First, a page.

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Keystone College seeks approval for new ownership structure

Keystone College
Sarah Hofius Hall
Keystone College

Keystone College could soon have a new owner.

The school, located in both Lackawanna and Wyoming counties, entered into a “membership interest transfer agreement” with the Washington Institute for Education and Research.

Under the agreement, the institute would become the “sole member” of Keystone, and the college would remain a domestic nonprofit corporation, according to a letter college President John Pullo, Sr., sent to the Pennsylvania Department of Education in January. Pullo is a member of the WVIA Board of Directors.

The state and Middle States Commission on Higher Education, the college’s accreditor, must approve the agreement. Middle States will meet on March 13-14, according to the letter from Pullo obtained by WVIA News. Approval by the state could come later this month.

Keystone’s board of trustees would remain responsible for the academic and administrative affairs of the college, according to the letter. About 1,100 students attend the school.

A statement from Keystone did not directly address the pending transfer to the Washington Institute, and instead stated the college’s board has authorized the leadership team to “explore strategic relationships that will enhance and expand Keystone’s educational mission.”

Like other colleges both in the region and nationwide, Keystone has struggled financially in recent years. Schools face growing costs and declining enrollment as families worry more about student debt.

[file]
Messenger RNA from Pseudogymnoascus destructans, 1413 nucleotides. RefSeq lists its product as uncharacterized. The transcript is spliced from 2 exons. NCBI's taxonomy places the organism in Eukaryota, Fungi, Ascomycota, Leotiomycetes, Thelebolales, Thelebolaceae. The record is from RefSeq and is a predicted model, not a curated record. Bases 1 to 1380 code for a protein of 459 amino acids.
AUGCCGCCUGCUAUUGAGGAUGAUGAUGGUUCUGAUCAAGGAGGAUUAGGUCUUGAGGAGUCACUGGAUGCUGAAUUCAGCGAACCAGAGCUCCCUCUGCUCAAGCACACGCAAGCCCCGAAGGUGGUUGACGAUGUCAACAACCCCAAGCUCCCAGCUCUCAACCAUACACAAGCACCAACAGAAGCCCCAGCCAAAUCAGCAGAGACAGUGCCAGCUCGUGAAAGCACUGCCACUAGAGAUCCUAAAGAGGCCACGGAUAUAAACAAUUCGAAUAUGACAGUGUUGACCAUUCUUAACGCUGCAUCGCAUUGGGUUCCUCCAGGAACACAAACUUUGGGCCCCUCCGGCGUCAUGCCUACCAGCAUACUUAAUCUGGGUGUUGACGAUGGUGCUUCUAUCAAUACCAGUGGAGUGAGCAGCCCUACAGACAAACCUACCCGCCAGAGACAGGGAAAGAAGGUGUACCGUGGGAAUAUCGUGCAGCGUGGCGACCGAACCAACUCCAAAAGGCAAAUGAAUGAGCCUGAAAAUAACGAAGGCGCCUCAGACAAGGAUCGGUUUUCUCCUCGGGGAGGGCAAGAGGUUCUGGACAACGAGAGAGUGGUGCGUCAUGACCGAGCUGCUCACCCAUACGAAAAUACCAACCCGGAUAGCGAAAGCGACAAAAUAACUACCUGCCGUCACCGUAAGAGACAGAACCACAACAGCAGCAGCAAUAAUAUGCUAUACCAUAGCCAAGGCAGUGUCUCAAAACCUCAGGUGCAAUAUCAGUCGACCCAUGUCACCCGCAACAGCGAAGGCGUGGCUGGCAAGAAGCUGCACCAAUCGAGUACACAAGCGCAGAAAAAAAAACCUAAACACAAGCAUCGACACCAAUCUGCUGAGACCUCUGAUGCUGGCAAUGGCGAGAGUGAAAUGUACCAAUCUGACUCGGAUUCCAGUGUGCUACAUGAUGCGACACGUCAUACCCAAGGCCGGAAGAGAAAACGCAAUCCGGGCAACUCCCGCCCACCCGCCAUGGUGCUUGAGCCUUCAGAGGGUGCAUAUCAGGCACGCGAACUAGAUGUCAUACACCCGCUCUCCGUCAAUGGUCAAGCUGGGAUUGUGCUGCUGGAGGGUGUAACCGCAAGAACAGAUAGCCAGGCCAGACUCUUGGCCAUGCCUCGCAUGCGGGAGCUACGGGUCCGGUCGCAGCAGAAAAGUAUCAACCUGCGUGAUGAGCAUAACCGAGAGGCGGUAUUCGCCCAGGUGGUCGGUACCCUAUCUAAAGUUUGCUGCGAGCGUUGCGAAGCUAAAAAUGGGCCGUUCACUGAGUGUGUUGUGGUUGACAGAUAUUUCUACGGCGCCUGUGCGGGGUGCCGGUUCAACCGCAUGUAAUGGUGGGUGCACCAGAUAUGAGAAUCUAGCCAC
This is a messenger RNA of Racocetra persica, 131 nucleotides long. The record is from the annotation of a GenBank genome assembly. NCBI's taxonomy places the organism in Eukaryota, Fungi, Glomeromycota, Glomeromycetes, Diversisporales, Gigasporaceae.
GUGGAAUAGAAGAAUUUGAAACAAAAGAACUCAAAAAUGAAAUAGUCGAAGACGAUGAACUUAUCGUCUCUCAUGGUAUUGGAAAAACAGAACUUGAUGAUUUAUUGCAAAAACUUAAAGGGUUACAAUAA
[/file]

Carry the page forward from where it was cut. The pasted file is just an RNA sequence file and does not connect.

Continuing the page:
Because of that climate, “Keystone is continuously seeking new pathways to bring additional value to its students as well as to provide more agile access to a wider array of learners,” the statement reads. “The college believes that partnerships and affiliations are central to that strategy and an essential part of advancing our reputation as one of the region’s premier institutions of higher learning.”

Various agencies, departments and agreements restrict the college from releasing additional information at this time, according to the statement.

The founder of the Washington Institute is a member of Keystone Board of Trustees. Ahmed Alwani established the institute in 2023 for the purpose of “funding, promoting and supporting postsecondary education.”

He is also the founder and president of the New Lines Institute for Strategy and Policy and its parent institution, Fairfax University of America. Based in northern Virginia, Alwani has investments in the poultry, real estate and education/training sectors, according to the New Lines website.

Sarah Hofius Hall worked at The Times-Tribune in Scranton since 2006. For nearly all of that time, Hall covered education, visiting the region's classrooms and reporting on issues important to students, teachers, families and taxpayers.

You can email Sarah at sarahhall@wvia.org